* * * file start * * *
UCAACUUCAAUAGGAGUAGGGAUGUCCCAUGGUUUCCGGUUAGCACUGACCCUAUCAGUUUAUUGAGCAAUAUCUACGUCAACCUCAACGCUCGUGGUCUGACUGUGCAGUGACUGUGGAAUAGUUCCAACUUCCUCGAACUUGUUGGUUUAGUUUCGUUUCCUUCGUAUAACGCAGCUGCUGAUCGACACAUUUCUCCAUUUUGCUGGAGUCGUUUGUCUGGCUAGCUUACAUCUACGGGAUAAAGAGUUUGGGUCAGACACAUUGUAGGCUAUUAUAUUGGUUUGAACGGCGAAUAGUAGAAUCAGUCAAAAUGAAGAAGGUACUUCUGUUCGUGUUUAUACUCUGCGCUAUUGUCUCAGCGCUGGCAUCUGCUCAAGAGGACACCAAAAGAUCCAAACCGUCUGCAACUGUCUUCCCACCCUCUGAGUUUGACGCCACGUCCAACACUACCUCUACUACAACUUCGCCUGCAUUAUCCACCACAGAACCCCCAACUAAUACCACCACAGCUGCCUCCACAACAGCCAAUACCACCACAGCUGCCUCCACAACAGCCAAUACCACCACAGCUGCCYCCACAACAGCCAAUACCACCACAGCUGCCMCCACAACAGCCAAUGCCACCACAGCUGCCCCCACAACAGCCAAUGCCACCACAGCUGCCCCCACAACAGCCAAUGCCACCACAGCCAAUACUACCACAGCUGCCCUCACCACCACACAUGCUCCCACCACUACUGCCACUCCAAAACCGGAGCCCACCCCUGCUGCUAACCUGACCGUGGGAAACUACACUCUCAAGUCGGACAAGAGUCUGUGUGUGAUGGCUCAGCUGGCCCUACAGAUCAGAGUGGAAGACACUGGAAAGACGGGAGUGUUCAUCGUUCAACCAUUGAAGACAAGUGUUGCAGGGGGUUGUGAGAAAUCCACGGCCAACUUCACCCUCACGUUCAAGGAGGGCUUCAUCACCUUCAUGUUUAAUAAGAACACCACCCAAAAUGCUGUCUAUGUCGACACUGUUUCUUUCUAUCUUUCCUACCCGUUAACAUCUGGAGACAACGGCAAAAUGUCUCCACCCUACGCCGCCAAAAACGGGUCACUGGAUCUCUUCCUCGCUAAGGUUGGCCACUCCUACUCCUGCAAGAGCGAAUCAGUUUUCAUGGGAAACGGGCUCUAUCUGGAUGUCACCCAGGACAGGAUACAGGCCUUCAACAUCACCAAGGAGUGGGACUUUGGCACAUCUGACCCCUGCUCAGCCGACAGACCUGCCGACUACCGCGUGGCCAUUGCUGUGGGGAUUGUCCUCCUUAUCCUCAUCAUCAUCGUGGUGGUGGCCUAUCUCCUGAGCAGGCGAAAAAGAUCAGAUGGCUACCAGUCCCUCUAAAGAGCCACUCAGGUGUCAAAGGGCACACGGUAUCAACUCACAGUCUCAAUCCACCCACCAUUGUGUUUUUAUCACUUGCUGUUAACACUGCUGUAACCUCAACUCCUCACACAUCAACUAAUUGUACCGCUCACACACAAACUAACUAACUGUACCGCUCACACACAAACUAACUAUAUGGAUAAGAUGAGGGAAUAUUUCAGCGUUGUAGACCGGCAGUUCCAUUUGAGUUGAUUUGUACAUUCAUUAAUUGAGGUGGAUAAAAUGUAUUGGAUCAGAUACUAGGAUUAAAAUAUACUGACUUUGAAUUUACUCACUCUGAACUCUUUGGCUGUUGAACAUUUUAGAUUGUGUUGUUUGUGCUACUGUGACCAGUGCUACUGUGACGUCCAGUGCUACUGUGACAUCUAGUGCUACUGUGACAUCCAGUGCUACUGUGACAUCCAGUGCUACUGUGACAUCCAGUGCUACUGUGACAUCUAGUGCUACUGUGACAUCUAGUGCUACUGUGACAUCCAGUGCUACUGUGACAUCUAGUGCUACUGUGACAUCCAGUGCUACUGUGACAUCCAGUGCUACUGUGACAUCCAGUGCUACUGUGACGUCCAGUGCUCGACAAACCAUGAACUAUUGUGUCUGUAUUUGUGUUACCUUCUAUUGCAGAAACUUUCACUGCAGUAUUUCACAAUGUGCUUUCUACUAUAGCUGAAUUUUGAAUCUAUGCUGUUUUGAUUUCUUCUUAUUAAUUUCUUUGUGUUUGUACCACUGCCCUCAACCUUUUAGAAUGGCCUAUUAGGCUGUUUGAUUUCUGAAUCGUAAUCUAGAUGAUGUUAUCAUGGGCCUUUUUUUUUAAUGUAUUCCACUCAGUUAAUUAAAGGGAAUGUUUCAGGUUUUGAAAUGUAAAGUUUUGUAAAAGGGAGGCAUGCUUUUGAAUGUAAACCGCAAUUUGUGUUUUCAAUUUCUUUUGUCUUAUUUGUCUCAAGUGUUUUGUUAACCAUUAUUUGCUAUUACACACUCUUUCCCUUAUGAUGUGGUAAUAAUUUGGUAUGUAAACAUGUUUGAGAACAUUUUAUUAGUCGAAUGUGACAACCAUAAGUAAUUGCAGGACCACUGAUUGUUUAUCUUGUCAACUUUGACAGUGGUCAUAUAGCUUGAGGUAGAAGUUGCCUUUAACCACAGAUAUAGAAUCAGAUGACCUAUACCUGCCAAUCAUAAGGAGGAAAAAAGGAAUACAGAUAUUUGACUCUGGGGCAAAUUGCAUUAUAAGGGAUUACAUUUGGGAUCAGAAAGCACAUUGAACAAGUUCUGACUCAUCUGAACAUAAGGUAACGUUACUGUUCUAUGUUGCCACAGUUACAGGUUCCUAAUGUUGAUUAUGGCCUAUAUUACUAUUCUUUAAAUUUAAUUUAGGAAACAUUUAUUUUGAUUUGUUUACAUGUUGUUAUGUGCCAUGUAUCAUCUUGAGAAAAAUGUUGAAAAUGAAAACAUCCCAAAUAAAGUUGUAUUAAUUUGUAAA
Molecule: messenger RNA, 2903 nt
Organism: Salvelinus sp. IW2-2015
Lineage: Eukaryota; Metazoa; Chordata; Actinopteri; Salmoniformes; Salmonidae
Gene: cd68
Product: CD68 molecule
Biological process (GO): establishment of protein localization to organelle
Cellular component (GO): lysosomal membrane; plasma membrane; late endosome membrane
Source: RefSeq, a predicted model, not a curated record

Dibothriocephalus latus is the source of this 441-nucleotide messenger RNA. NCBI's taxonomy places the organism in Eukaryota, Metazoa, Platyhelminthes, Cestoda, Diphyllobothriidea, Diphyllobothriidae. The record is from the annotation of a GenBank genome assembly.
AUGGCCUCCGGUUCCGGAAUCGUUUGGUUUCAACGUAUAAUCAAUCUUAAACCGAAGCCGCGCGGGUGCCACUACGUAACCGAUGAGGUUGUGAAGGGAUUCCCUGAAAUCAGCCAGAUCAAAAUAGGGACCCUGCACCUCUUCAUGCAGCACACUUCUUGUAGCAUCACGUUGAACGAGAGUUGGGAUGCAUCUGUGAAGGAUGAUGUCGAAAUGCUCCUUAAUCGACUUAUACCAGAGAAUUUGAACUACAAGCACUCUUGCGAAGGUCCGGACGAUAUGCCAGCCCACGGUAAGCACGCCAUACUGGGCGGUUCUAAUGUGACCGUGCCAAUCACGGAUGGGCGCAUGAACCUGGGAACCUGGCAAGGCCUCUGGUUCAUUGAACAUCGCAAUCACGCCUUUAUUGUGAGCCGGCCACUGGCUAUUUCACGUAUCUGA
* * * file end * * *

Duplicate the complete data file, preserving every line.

UCAACUUCAAUAGGAGUAGGGAUGUCCCAUGGUUUCCGGUUAGCACUGACCCUAUCAGUUUAUUGAGCAAUAUCUACGUCAACCUCAACGCUCGUGGUCUGACUGUGCAGUGACUGUGGAAUAGUUCCAACUUCCUCGAACUUGUUGGUUUAGUUUCGUUUCCUUCGUAUAACGCAGCUGCUGAUCGACACAUUUCUCCAUUUUGCUGGAGUCGUUUGUCUGGCUAGCUUACAUCUACGGGAUAAAGAGUUUGGGUCAGACACAUUGUAGGCUAUUAUAUUGGUUUGAACGGCGAAUAGUAGAAUCAGUCAAAAUGAAGAAGGUACUUCUGUUCGUGUUUAUACUCUGCGCUAUUGUCUCAGCGCUGGCAUCUGCUCAAGAGGACACCAAAAGAUCCAAACCGUCUGCAACUGUCUUCCCACCCUCUGAGUUUGACGCCACGUCCAACACUACCUCUACUACAACUUCGCCUGCAUUAUCCACCACAGAACCCCCAACUAAUACCACCACAGCUGCCUCCACAACAGCCAAUACCACCACAGCUGCCUCCACAACAGCCAAUACCACCACAGCUGCCYCCACAACAGCCAAUACCACCACAGCUGCCMCCACAACAGCCAAUGCCACCACAGCUGCCCCCACAACAGCCAAUGCCACCACAGCUGCCCCCACAACAGCCAAUGCCACCACAGCCAAUACUACCACAGCUGCCCUCACCACCACACAUGCUCCCACCACUACUGCCACUCCAAAACCGGAGCCCACCCCUGCUGCUAACCUGACCGUGGGAAACUACACUCUCAAGUCGGACAAGAGUCUGUGUGUGAUGGCUCAGCUGGCCCUACAGAUCAGAGUGGAAGACACUGGAAAGACGGGAGUGUUCAUCGUUCAACCAUUGAAGACAAGUGUUGCAGGGGGUUGUGAGAAAUCCACGGCCAACUUCACCCUCACGUUCAAGGAGGGCUUCAUCACCUUCAUGUUUAAUAAGAACACCACCCAAAAUGCUGUCUAUGUCGACACUGUUUCUUUCUAUCUUUCCUACCCGUUAACAUCUGGAGACAACGGCAAAAUGUCUCCACCCUACGCCGCCAAAAACGGGUCACUGGAUCUCUUCCUCGCUAAGGUUGGCCACUCCUACUCCUGCAAGAGCGAAUCAGUUUUCAUGGGAAACGGGCUCUAUCUGGAUGUCACCCAGGACAGGAUACAGGCCUUCAACAUCACCAAGGAGUGGGACUUUGGCACAUCUGACCCCUGCUCAGCCGACAGACCUGCCGACUACCGCGUGGCCAUUGCUGUGGGGAUUGUCCUCCUUAUCCUCAUCAUCAUCGUGGUGGUGGCCUAUCUCCUGAGCAGGCGAAAAAGAUCAGAUGGCUACCAGUCCCUCUAAAGAGCCACUCAGGUGUCAAAGGGCACACGGUAUCAACUCACAGUCUCAAUCCACCCACCAUUGUGUUUUUAUCACUUGCUGUUAACACUGCUGUAACCUCAACUCCUCACACAUCAACUAAUUGUACCGCUCACACACAAACUAACUAACUGUACCGCUCACACACAAACUAACUAUAUGGAUAAGAUGAGGGAAUAUUUCAGCGUUGUAGACCGGCAGUUCCAUUUGAGUUGAUUUGUACAUUCAUUAAUUGAGGUGGAUAAAAUGUAUUGGAUCAGAUACUAGGAUUAAAAUAUACUGACUUUGAAUUUACUCACUCUGAACUCUUUGGCUGUUGAACAUUUUAGAUUGUGUUGUUUGUGCUACUGUGACCAGUGCUACUGUGACGUCCAGUGCUACUGUGACAUCUAGUGCUACUGUGACAUCCAGUGCUACUGUGACAUCCAGUGCUACUGUGACAUCCAGUGCUACUGUGACAUCUAGUGCUACUGUGACAUCUAGUGCUACUGUGACAUCCAGUGCUACUGUGACAUCUAGUGCUACUGUGACAUCCAGUGCUACUGUGACAUCCAGUGCUACUGUGACAUCCAGUGCUACUGUGACGUCCAGUGCUCGACAAACCAUGAACUAUUGUGUCUGUAUUUGUGUUACCUUCUAUUGCAGAAACUUUCACUGCAGUAUUUCACAAUGUGCUUUCUACUAUAGCUGAAUUUUGAAUCUAUGCUGUUUUGAUUUCUUCUUAUUAAUUUCUUUGUGUUUGUACCACUGCCCUCAACCUUUUAGAAUGGCCUAUUAGGCUGUUUGAUUUCUGAAUCGUAAUCUAGAUGAUGUUAUCAUGGGCCUUUUUUUUUAAUGUAUUCCACUCAGUUAAUUAAAGGGAAUGUUUCAGGUUUUGAAAUGUAAAGUUUUGUAAAAGGGAGGCAUGCUUUUGAAUGUAAACCGCAAUUUGUGUUUUCAAUUUCUUUUGUCUUAUUUGUCUCAAGUGUUUUGUUAACCAUUAUUUGCUAUUACACACUCUUUCCCUUAUGAUGUGGUAAUAAUUUGGUAUGUAAACAUGUUUGAGAACAUUUUAUUAGUCGAAUGUGACAACCAUAAGUAAUUGCAGGACCACUGAUUGUUUAUCUUGUCAACUUUGACAGUGGUCAUAUAGCUUGAGGUAGAAGUUGCCUUUAACCACAGAUAUAGAAUCAGAUGACCUAUACCUGCCAAUCAUAAGGAGGAAAAAAGGAAUACAGAUAUUUGACUCUGGGGCAAAUUGCAUUAUAAGGGAUUACAUUUGGGAUCAGAAAGCACAUUGAACAAGUUCUGACUCAUCUGAACAUAAGGUAACGUUACUGUUCUAUGUUGCCACAGUUACAGGUUCCUAAUGUUGAUUAUGGCCUAUAUUACUAUUCUUUAAAUUUAAUUUAGGAAACAUUUAUUUUGAUUUGUUUACAUGUUGUUAUGUGCCAUGUAUCAUCUUGAGAAAAAUGUUGAAAAUGAAAACAUCCCAAAUAAAGUUGUAUUAAUUUGUAAA
Molecule: messenger RNA, 2903 nt
Organism: Salvelinus sp. IW2-2015
Lineage: Eukaryota; Metazoa; Chordata; Actinopteri; Salmoniformes; Salmonidae
Gene: cd68
Product: CD68 molecule
Biological process (GO): establishment of protein localization to organelle
Cellular component (GO): lysosomal membrane; plasma membrane; late endosome membrane
Source: RefSeq, a predicted model, not a curated record

Dibothriocephalus latus is the source of this 441-nucleotide messenger RNA. NCBI's taxonomy places the organism in Eukaryota, Metazoa, Platyhelminthes, Cestoda, Diphyllobothriidea, Diphyllobothriidae. The record is from the annotation of a GenBank genome assembly.
AUGGCCUCCGGUUCCGGAAUCGUUUGGUUUCAACGUAUAAUCAAUCUUAAACCGAAGCCGCGCGGGUGCCACUACGUAACCGAUGAGGUUGUGAAGGGAUUCCCUGAAAUCAGCCAGAUCAAAAUAGGGACCCUGCACCUCUUCAUGCAGCACACUUCUUGUAGCAUCACGUUGAACGAGAGUUGGGAUGCAUCUGUGAAGGAUGAUGUCGAAAUGCUCCUUAAUCGACUUAUACCAGAGAAUUUGAACUACAAGCACUCUUGCGAAGGUCCGGACGAUAUGCCAGCCCACGGUAAGCACGCCAUACUGGGCGGUUCUAAUGUGACCGUGCCAAUCACGGAUGGGCGCAUGAACCUGGGAACCUGGCAAGGCCUCUGGUUCAUUGAACAUCGCAAUCACGCCUUUAUUGUGAGCCGGCCACUGGCUAUUUCACGUAUCUGA